Chapter

Tennyson's Unquiet Brain

Gregory Tate

in The Poet's Mind

Published in print November 2012 | ISBN: 9780199659418
Published online January 2013 | e-ISBN: 9780191749018 | DOI: http://dx.doi.org/10.1093/acprof:oso/9780199659418.003.0004

Series: Oxford English Monographs

Tennyson's Unquiet Brain

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This chapter, focusing on Tennyson's poems In Memoriam and Maud, argues that, despite the reservations of Arnold and Clough, psychological analysis remained a central concern of Victorian poetry in the 1850s. Examining Tennyson's personal knowledge of the doctor Matthew Allen's theories of insanity, and placing the poet's writing in the context of contemporary ideas about physiology and evolutionary psychology, the chapter argues that In Memoriam and Maud share an interest in exploring the physical conditions of thought and the vulnerability of the embodied mind. Despite their differences in tone and formal structure, both poems dramatize a collision between two opposing models of psychology, one founded on the physical brain and the other on the metaphysical soul. Both poems were also appropriated by Victorian theorists such as Lewes and the psychiatrist John Charles Bucknill as evidence of the links between poetry and the study of the mind.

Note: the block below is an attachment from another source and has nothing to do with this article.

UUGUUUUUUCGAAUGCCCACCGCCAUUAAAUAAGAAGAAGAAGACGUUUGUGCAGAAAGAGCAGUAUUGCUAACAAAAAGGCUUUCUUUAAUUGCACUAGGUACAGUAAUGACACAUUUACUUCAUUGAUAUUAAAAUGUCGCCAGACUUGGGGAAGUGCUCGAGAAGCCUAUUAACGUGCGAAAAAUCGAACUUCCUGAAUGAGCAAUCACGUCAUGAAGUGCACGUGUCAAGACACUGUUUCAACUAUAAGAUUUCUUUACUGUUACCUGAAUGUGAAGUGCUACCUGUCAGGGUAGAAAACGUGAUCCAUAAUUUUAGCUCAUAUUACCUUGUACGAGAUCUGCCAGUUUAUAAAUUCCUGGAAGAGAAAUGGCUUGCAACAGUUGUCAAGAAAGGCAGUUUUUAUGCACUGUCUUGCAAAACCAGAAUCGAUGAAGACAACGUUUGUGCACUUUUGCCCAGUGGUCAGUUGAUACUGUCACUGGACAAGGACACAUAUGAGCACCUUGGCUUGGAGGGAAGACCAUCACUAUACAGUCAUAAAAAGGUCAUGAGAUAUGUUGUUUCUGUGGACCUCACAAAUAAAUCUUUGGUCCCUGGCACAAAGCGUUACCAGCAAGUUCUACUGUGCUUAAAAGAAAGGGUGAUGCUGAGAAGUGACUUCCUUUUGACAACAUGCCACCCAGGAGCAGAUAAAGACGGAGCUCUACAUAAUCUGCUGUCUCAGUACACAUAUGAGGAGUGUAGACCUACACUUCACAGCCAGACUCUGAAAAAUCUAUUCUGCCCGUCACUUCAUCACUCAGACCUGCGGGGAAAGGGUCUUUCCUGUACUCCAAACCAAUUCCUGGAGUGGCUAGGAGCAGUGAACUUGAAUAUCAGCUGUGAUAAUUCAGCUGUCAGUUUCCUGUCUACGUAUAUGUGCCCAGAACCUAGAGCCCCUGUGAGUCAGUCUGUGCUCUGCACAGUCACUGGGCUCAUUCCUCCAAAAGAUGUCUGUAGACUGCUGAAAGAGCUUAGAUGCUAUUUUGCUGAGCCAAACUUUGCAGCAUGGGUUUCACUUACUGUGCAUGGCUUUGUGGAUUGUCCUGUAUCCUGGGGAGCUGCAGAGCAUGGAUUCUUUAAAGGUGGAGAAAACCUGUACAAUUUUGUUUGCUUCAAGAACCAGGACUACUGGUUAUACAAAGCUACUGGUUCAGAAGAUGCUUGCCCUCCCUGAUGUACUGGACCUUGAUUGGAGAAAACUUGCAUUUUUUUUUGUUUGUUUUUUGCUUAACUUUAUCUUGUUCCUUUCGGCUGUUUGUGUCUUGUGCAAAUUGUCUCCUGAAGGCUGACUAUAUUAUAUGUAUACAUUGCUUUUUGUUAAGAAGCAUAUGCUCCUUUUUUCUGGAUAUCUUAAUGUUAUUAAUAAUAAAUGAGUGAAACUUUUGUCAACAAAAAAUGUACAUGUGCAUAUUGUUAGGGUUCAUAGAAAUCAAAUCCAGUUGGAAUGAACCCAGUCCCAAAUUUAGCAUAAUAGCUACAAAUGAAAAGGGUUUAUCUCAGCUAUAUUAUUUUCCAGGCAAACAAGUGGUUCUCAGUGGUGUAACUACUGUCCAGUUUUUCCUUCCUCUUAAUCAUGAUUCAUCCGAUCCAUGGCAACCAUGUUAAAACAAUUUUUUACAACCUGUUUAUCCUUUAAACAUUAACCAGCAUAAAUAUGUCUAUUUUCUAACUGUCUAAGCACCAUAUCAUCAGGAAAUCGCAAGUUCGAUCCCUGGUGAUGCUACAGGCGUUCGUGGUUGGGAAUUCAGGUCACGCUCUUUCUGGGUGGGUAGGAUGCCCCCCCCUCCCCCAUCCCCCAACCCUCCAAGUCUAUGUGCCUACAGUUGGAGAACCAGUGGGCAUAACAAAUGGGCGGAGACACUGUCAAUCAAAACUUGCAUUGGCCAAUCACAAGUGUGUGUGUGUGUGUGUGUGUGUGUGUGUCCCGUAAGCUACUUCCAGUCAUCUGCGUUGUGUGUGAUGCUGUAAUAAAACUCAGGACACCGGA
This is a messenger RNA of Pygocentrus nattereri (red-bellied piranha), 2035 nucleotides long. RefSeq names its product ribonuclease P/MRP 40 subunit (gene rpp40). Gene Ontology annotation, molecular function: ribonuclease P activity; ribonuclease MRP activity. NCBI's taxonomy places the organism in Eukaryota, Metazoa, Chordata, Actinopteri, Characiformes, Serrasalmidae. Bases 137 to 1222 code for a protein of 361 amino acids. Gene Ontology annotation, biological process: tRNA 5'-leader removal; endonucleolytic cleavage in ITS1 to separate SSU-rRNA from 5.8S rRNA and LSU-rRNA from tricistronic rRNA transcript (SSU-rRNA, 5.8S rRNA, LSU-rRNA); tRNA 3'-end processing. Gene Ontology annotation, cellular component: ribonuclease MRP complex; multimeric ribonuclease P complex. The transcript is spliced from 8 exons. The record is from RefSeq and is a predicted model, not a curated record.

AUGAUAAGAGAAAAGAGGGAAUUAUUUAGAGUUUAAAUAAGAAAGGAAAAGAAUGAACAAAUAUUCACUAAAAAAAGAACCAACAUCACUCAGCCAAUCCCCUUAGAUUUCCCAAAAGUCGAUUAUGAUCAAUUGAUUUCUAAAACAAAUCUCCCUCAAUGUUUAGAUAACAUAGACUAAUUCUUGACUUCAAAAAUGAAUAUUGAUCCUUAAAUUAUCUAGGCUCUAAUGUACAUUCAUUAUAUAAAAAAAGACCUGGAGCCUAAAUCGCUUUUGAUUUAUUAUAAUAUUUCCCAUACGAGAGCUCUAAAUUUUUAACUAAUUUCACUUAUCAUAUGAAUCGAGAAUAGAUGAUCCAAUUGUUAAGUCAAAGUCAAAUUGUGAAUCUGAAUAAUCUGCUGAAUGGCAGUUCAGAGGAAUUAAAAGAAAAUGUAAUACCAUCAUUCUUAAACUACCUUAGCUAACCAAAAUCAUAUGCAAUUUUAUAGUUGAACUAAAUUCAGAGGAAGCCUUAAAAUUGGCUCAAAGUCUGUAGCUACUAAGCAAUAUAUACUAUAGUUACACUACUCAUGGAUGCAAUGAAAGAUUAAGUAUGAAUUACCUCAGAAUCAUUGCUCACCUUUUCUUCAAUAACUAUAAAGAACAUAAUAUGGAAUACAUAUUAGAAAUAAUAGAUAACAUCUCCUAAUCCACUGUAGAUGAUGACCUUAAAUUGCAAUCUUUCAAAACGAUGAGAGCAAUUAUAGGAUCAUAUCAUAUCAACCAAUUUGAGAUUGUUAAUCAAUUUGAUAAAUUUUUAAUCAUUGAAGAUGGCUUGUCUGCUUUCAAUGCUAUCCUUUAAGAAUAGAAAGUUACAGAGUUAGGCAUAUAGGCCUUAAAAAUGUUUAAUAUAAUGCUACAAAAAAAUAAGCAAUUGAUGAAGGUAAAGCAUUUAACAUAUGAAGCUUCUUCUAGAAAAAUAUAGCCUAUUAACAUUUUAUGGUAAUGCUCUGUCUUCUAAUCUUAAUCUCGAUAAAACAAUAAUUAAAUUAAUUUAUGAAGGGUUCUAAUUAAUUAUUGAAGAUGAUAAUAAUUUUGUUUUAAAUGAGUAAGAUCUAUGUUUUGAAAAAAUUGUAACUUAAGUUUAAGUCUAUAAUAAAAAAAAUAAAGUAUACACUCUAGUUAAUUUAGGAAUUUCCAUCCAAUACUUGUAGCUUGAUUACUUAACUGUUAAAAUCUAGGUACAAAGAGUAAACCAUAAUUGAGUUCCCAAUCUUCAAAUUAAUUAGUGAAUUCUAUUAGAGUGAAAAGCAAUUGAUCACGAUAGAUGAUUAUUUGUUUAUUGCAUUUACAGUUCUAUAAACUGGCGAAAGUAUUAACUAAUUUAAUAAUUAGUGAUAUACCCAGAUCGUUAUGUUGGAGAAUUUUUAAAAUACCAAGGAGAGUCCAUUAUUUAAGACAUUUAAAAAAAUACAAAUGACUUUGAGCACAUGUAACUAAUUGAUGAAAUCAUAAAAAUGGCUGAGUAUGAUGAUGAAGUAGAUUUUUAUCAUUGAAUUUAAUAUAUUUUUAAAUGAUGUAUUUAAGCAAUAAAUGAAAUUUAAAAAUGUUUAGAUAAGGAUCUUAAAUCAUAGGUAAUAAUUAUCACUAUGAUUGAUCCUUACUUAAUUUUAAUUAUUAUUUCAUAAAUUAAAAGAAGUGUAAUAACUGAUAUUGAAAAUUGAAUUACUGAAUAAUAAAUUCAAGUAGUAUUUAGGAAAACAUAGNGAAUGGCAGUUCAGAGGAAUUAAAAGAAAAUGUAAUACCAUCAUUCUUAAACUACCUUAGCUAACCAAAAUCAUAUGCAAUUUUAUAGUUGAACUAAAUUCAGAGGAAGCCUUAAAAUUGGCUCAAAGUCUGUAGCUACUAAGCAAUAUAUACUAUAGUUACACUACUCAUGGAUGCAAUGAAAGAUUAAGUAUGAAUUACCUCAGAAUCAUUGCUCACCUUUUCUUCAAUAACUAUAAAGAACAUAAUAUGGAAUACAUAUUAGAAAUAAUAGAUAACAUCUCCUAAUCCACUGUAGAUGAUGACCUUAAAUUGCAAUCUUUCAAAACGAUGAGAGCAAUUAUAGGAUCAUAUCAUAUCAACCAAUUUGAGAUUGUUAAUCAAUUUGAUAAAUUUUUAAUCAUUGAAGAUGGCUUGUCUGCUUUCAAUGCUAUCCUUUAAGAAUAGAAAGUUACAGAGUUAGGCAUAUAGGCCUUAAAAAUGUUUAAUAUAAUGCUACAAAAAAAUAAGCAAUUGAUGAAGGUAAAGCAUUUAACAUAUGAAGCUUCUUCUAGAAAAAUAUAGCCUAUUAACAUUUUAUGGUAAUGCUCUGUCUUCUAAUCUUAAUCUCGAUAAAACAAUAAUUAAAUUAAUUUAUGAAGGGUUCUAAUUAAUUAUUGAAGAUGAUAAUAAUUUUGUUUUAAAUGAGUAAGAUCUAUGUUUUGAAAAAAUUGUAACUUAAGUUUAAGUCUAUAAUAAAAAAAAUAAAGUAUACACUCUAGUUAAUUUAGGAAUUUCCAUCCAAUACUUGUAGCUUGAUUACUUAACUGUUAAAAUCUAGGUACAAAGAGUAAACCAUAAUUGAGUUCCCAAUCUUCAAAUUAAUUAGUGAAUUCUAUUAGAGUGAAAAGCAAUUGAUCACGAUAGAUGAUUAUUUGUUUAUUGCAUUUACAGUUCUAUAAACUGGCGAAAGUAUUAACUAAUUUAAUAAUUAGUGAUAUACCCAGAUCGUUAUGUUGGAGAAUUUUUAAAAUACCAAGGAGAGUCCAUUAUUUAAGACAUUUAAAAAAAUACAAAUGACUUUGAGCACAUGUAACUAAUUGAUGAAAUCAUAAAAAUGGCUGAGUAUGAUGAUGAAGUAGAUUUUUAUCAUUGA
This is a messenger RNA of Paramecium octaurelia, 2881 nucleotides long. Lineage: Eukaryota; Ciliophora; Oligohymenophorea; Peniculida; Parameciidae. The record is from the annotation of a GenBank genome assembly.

Keywords: Tennyson; In Memoriam; Maud; Allen; Lewes; Bucknill; brain; evolutionary psychology; physiology; insanity

Chapter.  14292 words.  Illustrated.

Subjects: Literary Studies (19th Century)

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